As I stand at the horizon it appears as if an artist has divided the canvas in half and I am standing at the edge of the known and the unknown. Each day I have been breathing in a new understanding and breathing out that which has become stale. I am left with myriad thoughts, none of which has had time take hold. And so for the next couple of weeks I will practice what has found me and what I have found. Fresh thoughts need practice. Process without practice keeps one stagnant. As Joan Erikson taught me: “Wisdom comes from life experiences well-digested.”
The very first time we met was on a jetty in our little town of Harwich Port. You have to be a little crazy or daring to tiptoe over the icy rocks as waves splashup one side and down another. On this particular day I was in a deep fog. I had escaped to Cape Cod to seek the direction I had lost along the way. And what should I bump into but a statuesque elder, her silver hair blowing in the wind. She turned and set her eggshell blue eyes on me as if she were expecting a visitor. “Do you suppose we’re the only two people in this town in the fog?” she asked, finishing her question with a bit of a giggle.I soon would learn that she was the partner of claimed psychotherapist, Erik Erikson and together they coined the phrase Identity Crisis. This was my lucky day. She was to pass on her thoughts of a life well digested and many more original gems. No more sitting around pondering my navel and staying in my head. Wisdom was found in the senses. Lethargy comes from lack of action. Energy is created in reciprocity.What jetty or bridge, or mountain will you head off to? “Always keep your hands on the plow and keep pushing,” she would say. Serendipity happens when you step out of your comfort zone.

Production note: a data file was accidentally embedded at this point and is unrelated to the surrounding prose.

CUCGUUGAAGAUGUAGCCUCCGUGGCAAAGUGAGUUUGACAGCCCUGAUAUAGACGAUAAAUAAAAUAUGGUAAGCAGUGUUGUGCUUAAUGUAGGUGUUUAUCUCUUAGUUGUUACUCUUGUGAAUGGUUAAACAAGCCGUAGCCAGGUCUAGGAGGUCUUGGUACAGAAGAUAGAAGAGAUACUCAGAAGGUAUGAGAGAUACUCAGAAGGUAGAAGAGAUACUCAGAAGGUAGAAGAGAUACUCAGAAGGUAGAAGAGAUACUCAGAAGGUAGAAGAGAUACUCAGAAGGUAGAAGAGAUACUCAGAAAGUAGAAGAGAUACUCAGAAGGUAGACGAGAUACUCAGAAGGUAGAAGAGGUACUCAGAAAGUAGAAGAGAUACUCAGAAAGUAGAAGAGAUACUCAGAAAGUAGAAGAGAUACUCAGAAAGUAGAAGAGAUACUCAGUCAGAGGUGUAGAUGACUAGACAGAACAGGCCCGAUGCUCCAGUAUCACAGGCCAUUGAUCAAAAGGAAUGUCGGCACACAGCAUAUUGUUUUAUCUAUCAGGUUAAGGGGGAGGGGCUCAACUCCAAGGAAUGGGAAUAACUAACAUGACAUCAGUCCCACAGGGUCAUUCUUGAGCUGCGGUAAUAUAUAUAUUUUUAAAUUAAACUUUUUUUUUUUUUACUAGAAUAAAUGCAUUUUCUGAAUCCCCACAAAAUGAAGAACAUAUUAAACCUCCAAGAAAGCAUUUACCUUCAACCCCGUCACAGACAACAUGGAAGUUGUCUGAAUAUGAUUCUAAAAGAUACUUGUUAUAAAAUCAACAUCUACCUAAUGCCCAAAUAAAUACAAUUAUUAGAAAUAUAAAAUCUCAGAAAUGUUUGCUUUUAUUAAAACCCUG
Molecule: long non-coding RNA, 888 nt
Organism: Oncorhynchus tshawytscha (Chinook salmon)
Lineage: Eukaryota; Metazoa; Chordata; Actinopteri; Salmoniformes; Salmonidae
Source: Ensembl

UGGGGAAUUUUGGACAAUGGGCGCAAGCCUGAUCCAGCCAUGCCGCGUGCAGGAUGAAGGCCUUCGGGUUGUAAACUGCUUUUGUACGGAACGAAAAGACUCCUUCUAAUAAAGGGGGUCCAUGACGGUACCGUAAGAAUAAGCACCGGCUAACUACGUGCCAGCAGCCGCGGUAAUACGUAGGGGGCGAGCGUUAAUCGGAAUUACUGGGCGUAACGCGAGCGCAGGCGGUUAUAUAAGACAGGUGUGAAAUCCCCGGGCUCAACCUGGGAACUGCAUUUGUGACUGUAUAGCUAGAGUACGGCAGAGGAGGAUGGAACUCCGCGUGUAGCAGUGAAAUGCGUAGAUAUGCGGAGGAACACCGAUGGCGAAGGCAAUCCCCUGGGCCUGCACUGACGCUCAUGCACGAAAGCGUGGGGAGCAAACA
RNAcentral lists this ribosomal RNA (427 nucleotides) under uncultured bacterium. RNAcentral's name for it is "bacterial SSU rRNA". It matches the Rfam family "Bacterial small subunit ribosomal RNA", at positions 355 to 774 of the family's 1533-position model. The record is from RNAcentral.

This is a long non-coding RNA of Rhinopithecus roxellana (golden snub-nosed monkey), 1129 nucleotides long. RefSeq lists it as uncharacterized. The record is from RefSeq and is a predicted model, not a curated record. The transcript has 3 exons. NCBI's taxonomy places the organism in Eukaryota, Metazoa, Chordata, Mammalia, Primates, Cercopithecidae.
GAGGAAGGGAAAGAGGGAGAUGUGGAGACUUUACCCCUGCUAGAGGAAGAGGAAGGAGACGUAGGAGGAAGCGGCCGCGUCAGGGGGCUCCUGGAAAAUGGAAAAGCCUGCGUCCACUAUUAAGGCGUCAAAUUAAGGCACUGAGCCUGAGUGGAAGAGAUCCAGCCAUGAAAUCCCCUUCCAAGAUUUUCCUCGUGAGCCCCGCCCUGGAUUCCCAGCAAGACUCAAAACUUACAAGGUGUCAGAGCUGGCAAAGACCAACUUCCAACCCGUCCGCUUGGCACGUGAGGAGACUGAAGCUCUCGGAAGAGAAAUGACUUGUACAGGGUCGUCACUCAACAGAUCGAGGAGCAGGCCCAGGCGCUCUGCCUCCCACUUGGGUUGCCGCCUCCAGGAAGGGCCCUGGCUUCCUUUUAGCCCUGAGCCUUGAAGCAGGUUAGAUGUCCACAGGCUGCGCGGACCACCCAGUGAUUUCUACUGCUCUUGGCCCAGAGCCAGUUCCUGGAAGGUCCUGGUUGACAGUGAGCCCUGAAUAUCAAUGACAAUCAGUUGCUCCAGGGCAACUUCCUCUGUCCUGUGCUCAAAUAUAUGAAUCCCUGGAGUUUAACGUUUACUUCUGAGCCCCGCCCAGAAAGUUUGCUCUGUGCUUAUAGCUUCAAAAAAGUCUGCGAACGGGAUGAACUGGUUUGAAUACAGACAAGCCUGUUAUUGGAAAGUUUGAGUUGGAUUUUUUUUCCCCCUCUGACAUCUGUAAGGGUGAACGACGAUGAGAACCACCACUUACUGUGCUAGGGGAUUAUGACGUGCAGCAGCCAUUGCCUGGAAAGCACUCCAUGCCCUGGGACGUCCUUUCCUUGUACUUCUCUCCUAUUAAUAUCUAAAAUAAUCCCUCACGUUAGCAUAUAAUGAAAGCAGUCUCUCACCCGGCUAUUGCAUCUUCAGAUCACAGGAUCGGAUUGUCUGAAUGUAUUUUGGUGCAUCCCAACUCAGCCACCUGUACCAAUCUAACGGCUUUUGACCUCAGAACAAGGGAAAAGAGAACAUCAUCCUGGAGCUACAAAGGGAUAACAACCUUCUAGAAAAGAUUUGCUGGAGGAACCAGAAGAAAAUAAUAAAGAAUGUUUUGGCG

I once was a fearless girl. But I seem to have lost her along the way probably because I was too busy taking care of others. I want some of that fearlessness back…the stuff that led me to disobey my mother, pelt snowballs at my brother’s gang single handed, swim nude knowing full well that people would soon inhabit the beach, or tell on my best friend when she lit an entire box of matches and almost burned our garage down.
Time’s a wastin’. If I hope to make it into the Odd Gals Hall I best begin to loosen up, be occasionally defiant, not shy away from the ridiculous and begin to take on one fear at a time, not unlike the sculpture on Wall Street called: Fearless Girl who symbolizes Female Empowerment.
What fears do you want to release?
As I was driving in Orleans I came to a stop in front of an old shabby building that would have never caught my attention except for the sign above the door…the Odd Fellows Hall. As I continued on my way I found myself imagining who those odd fellows were and what allowed you have to be labeled one. The more I thought about it the more I wished for an Odd Gals Hall. Too many years of a woman’s life are used up being perfectly camouflaged, meaning being like everyone else. At this stage of life, I long to be odd. What a relief to finally be whatever comes naturally—silly, ridiculous, defiant, peculiar, outrageous, naughty and more. There may not be an Odd Gals Hall but that will not keep me from being one.